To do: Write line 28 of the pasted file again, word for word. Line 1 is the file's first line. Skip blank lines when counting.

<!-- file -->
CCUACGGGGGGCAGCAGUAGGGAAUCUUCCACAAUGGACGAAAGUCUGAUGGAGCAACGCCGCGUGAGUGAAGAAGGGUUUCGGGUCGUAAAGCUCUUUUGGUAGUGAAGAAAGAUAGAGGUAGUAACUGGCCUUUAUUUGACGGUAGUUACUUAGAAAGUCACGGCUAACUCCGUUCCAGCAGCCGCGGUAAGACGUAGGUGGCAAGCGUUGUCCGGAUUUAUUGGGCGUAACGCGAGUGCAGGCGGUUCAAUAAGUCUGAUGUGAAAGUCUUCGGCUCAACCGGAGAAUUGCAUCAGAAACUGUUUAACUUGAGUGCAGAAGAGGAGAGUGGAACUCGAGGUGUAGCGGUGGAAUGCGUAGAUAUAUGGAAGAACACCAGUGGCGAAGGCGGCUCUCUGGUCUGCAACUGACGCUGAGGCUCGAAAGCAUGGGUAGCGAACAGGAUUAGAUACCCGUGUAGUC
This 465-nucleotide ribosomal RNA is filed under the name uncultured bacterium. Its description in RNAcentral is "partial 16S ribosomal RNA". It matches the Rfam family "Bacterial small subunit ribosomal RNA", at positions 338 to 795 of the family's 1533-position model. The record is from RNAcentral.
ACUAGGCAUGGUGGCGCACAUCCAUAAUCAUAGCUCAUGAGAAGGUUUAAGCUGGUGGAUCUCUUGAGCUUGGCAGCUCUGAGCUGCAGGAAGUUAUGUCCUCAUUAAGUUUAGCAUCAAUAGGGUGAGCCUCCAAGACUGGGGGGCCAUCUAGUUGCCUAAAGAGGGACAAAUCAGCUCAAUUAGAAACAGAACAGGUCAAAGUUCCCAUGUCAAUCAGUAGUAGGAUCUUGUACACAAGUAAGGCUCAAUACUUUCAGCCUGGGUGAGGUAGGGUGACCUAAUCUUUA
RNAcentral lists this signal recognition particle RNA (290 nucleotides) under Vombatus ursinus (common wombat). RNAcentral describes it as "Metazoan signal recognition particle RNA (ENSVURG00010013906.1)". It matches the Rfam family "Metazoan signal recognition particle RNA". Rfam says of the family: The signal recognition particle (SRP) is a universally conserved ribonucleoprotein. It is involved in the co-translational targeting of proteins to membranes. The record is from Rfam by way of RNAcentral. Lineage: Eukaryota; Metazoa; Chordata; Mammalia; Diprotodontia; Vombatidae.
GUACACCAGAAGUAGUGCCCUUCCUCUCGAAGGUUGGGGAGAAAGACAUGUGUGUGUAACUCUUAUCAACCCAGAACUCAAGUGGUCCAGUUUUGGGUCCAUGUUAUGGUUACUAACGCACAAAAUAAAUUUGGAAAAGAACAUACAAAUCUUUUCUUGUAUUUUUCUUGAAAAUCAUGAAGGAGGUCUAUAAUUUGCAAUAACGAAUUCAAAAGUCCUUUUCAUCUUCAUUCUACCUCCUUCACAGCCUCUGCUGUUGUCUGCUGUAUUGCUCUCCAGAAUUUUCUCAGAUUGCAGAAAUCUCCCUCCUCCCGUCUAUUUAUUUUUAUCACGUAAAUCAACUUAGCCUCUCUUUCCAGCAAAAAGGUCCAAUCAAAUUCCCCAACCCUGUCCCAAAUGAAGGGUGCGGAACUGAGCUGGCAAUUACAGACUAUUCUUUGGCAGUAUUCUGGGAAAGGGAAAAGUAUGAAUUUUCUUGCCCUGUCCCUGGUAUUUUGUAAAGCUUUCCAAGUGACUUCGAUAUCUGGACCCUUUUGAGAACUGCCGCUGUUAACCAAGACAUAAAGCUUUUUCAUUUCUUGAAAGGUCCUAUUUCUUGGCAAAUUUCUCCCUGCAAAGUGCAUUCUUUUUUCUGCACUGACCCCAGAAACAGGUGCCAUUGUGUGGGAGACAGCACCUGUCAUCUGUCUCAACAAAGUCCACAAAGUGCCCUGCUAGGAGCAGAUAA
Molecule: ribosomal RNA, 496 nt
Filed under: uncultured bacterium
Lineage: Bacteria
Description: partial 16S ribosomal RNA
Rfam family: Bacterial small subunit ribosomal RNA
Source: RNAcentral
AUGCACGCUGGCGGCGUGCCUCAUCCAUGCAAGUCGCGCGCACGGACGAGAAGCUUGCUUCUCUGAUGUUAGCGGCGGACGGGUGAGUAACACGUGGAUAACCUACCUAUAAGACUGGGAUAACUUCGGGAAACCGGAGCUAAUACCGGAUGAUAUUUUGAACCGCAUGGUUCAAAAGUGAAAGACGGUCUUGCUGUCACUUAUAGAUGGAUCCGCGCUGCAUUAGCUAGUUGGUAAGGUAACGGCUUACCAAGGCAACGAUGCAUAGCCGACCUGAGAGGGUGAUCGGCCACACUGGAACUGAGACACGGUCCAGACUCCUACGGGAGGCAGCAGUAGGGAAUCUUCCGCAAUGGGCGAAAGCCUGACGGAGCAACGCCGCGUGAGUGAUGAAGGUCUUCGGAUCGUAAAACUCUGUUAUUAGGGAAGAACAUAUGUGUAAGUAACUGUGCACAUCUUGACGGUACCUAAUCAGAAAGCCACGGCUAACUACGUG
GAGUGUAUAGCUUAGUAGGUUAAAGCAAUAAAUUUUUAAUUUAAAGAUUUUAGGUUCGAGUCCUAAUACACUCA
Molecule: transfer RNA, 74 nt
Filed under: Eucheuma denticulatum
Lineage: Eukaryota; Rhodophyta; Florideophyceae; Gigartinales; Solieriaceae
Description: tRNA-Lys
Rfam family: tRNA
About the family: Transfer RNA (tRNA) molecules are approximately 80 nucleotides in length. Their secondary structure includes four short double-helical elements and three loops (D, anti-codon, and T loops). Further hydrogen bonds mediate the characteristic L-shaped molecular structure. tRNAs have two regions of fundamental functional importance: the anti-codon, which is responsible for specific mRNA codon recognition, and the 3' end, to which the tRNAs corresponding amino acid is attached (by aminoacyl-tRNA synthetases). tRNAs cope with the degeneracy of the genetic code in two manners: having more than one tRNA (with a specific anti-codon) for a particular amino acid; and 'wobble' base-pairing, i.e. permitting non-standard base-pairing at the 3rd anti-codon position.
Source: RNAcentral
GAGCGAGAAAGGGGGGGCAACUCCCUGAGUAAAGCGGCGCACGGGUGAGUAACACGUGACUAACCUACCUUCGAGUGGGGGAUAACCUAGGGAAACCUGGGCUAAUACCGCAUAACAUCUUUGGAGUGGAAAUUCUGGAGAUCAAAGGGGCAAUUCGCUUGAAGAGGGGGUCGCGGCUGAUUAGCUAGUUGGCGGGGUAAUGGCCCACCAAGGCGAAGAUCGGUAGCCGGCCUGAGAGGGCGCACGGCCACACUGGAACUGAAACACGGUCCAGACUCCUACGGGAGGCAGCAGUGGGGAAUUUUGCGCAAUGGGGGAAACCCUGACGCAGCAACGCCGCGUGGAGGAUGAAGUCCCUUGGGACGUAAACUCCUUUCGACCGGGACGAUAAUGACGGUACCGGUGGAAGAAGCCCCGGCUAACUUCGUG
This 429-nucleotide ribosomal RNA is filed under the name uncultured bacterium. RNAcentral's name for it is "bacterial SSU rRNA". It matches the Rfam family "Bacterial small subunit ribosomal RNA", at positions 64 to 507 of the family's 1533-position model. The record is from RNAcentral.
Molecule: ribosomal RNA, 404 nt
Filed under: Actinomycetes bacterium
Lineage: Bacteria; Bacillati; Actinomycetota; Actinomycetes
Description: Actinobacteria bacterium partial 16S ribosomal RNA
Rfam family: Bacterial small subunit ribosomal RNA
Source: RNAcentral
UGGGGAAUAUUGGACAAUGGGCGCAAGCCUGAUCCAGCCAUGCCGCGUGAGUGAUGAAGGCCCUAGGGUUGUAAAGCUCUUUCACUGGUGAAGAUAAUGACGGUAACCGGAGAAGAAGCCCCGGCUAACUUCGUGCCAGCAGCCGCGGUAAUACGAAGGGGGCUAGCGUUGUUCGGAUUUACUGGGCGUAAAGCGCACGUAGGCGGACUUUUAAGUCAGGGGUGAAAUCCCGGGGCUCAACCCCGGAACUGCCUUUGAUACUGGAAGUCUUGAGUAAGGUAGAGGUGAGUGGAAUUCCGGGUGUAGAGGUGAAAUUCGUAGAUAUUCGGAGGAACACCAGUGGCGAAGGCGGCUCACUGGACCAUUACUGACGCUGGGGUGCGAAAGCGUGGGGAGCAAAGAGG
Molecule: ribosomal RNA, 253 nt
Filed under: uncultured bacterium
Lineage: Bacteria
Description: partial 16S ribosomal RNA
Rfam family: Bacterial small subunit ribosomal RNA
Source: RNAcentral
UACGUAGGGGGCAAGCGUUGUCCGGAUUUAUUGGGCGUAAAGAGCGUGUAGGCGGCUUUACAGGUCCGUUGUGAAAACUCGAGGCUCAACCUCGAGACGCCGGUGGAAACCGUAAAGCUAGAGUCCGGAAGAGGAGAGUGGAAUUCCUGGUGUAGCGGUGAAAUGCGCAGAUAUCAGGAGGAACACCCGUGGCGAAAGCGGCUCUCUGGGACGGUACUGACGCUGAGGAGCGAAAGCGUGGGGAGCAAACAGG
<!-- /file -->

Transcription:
Source: RNAcentral